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Mid Heel Pointy

Mid Heel Pointy

Giving your shoes Are bunions?

I saw a friend in a cafe and he introduced me to his wife. He explained that he was a foot surgeon and podiatrist. She started in a trade from the nightmares of shoe shopping and how I had horrible pain with every new pair, thinking that everyone would make your bunions worse. She asked "Shoes cause bunions?"

As a foot surgeon, this is one of the most common questions I receive. The fact is that the shoes do not cause bunions, genetic cause bunions. If you have bunions probably inherited from his mother, father or grandparents. If you take a close look at the feet at a family reunion you can likely find who is endowed with the genes that caused their bunions.

Now, having said that the shoes do not cause bunions, let me clarify by saying that the shoes can (and often do) make them much worse. The use of high-heeled shoes can significantly increase pressure on the joint of your big toe. All this increased stress can lead to instability in the joints of the midfoot really accelerates the speed with which they form a bunion.

So although it might have had 40 or 50 years to develop a bunion with flat shoes, the same person can develop bunions only 10-20 years before the additional pressure caused by shoes high heels. Even if the shoes do not have a huge heel, the shape of the shoe itself can also contribute to the early formation of a bunion. For example, shoes narrow pointed toe can push the big toe in a position that does not contribute to the development of a bunion.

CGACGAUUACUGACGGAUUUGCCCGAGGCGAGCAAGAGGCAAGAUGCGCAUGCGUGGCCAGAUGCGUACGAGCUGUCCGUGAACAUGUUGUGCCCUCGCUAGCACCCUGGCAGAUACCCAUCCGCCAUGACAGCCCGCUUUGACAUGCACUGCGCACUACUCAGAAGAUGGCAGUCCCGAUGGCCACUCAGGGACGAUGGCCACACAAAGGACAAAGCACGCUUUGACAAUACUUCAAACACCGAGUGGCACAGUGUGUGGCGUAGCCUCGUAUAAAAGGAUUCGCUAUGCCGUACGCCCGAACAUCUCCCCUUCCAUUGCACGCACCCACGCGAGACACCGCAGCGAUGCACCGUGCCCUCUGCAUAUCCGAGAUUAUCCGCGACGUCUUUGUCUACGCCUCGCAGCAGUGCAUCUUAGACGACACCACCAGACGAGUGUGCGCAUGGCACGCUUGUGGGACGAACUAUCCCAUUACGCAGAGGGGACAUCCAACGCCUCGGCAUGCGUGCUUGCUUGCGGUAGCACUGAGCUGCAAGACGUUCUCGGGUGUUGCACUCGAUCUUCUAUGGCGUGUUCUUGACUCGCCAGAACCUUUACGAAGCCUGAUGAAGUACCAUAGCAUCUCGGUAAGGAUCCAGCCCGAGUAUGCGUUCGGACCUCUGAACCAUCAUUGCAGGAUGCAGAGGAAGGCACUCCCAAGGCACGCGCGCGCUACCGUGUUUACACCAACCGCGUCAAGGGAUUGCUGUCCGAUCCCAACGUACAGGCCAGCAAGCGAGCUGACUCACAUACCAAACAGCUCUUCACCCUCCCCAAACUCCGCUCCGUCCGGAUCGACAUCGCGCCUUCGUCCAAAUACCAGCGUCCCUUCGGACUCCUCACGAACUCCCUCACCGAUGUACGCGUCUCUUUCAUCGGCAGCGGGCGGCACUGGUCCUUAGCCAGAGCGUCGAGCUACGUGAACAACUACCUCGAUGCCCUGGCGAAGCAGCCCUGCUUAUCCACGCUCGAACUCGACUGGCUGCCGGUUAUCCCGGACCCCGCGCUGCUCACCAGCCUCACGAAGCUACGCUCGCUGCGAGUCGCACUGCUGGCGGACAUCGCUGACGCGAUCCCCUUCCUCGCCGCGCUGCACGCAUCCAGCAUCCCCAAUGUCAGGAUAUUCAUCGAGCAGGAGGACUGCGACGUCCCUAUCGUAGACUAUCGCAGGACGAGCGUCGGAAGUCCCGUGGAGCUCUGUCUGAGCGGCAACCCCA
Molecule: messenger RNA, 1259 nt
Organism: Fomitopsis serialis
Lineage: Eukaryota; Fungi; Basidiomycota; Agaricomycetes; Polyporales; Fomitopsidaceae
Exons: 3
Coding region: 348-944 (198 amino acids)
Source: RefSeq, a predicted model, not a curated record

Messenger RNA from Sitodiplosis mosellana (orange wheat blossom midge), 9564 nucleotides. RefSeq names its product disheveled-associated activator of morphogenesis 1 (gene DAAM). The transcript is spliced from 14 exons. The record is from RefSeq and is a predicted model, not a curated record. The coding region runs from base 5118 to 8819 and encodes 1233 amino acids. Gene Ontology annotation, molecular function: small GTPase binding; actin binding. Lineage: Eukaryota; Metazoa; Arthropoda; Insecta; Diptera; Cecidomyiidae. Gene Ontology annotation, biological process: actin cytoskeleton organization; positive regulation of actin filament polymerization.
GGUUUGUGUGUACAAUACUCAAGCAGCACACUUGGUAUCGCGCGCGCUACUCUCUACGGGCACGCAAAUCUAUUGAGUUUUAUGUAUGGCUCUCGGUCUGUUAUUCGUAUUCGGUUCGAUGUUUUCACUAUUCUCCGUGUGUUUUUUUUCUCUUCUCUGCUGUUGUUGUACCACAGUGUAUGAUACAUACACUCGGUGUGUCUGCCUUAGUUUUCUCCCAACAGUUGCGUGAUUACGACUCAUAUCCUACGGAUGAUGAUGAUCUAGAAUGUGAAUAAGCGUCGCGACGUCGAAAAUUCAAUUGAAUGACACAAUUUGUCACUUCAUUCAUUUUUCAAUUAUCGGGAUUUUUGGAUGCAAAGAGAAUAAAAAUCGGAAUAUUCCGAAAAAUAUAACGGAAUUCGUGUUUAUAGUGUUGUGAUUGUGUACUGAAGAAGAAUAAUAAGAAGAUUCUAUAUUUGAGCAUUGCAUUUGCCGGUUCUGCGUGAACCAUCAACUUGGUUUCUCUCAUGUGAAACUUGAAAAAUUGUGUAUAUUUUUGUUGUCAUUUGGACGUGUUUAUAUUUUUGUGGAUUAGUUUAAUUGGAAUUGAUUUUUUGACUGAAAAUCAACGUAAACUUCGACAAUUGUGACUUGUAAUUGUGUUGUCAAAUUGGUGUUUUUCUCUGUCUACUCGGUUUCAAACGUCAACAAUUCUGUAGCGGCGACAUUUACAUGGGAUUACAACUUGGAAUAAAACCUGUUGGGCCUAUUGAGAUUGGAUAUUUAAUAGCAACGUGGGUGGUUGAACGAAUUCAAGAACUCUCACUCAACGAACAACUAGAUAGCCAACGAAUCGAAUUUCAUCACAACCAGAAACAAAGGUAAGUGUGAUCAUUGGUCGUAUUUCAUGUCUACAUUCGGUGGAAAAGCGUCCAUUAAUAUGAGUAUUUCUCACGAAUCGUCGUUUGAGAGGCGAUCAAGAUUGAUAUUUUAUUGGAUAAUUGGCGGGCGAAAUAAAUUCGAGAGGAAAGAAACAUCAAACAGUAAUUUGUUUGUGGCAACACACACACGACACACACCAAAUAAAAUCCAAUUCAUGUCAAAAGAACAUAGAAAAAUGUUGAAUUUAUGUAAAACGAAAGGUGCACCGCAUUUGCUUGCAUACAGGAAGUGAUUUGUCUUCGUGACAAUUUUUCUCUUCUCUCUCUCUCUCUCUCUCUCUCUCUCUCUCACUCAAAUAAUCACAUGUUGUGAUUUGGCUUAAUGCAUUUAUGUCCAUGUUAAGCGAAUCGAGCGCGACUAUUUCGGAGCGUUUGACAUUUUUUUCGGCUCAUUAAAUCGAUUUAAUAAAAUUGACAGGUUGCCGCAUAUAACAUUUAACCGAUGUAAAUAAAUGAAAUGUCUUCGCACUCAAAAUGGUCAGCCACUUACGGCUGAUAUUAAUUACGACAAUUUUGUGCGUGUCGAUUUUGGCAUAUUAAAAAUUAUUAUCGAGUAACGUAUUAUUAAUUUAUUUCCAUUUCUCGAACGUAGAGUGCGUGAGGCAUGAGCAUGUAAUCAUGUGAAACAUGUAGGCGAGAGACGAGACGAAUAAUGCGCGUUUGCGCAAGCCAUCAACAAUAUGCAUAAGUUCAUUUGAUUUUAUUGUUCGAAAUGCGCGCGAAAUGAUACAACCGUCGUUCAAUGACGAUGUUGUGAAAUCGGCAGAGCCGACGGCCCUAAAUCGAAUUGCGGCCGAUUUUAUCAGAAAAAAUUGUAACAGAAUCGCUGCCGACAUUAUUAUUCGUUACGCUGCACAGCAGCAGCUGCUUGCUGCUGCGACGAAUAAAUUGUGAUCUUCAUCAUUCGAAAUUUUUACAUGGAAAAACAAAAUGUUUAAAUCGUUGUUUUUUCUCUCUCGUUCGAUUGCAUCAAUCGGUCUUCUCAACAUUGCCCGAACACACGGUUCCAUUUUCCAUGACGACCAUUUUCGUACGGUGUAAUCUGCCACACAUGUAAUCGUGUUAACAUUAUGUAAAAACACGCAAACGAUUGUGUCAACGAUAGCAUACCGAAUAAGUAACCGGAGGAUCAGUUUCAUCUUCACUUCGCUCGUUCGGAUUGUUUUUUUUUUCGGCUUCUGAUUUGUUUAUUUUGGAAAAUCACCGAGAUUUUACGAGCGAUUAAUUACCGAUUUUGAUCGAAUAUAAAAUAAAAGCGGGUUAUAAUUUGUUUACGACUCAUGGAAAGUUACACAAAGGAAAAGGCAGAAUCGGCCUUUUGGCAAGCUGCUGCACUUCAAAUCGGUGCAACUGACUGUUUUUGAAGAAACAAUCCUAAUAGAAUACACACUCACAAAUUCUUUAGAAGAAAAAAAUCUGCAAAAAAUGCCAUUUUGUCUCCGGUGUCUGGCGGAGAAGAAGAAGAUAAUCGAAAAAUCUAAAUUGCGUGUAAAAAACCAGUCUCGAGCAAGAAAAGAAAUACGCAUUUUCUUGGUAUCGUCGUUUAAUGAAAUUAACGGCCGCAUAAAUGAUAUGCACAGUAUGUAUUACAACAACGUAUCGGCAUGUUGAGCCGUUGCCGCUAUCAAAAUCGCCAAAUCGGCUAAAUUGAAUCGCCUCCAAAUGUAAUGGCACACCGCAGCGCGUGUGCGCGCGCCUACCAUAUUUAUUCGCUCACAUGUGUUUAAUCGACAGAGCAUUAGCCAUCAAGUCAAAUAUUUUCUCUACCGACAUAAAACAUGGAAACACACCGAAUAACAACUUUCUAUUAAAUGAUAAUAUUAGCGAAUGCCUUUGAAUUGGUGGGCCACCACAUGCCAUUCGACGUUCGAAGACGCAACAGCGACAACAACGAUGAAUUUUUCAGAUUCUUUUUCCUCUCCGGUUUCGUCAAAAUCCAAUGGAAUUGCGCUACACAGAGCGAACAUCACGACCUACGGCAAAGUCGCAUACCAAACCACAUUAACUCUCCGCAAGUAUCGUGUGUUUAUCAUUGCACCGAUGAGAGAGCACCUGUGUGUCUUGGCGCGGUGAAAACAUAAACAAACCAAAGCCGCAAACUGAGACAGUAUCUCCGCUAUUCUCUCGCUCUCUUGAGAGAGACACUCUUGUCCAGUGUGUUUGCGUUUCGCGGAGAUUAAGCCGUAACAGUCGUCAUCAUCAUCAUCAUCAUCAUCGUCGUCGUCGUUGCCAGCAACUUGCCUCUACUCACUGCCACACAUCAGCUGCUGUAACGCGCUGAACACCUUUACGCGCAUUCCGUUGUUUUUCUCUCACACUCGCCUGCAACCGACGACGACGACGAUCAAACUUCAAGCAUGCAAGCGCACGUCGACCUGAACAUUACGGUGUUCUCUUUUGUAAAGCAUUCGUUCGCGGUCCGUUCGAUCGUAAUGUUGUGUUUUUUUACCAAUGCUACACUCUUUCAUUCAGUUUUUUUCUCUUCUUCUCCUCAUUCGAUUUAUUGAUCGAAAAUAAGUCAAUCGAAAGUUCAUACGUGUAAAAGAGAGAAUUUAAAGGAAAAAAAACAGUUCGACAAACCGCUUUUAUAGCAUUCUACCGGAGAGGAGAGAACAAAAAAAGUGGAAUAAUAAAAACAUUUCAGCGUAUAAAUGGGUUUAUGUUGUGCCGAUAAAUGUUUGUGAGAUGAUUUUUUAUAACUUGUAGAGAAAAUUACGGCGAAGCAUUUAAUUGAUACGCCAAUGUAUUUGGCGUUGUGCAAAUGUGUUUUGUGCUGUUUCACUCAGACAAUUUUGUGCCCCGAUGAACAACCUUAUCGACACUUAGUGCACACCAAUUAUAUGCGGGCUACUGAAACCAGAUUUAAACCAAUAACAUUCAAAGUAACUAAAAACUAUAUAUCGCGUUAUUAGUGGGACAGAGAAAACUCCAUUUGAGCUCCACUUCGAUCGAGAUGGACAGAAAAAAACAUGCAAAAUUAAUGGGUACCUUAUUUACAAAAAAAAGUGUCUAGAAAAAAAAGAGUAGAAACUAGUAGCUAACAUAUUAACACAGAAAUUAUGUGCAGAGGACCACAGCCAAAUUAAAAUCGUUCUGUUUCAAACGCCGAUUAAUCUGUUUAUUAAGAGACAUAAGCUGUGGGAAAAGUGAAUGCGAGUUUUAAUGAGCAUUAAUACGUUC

Furthermore, the shoes with a seam runs right over the bump (bag), and tight shoes can cause bunions much more irritated and painful. Many times, tight shoes cause bursitis (irritation of the bag) or inflammation of the toe joint. When this happens the bunion can become red, tender and swollen.

The obvious solution to this is to avoid shoes that will probably cause bunions, increasing the amount of stress in the toe joint. This means wearing shoes comfortable. Buy shoes that have only a moderate heel of two inches or less. Use common sense.

If you have a function to attend a wedding formal dance or charity event, it is unlikely that one night in beautiful shoes will make any long term damage. Just do not wear high heels every day. Also make sure you avoid shoes with seams or seams that press or rub on the big toe joint more irritating the bunion.

So what is the bottom line when it comes to shoes and bunions? Well, have fun, shop for shoes, dress up when you need to be not to go overboard in high heels or pointy shoes. Although you may not be able to do much about the genes inherited, is not necessarily true that you will end up with painful bunions.

About the Author

Dr. Christopher Segler is an author, inventor and award winning foot doctor with a surgical podiatry practice in Chattanooga. He invented the patented surgical instrument that simplifies flatfoot surgery and bunion surgery. He publishes articles and teaches other surgeons about his unique methods to decrease pain after foot surgery. You can order a FREE copy of his informative book about common causes of foot pain at http://www.anklecenter.com.

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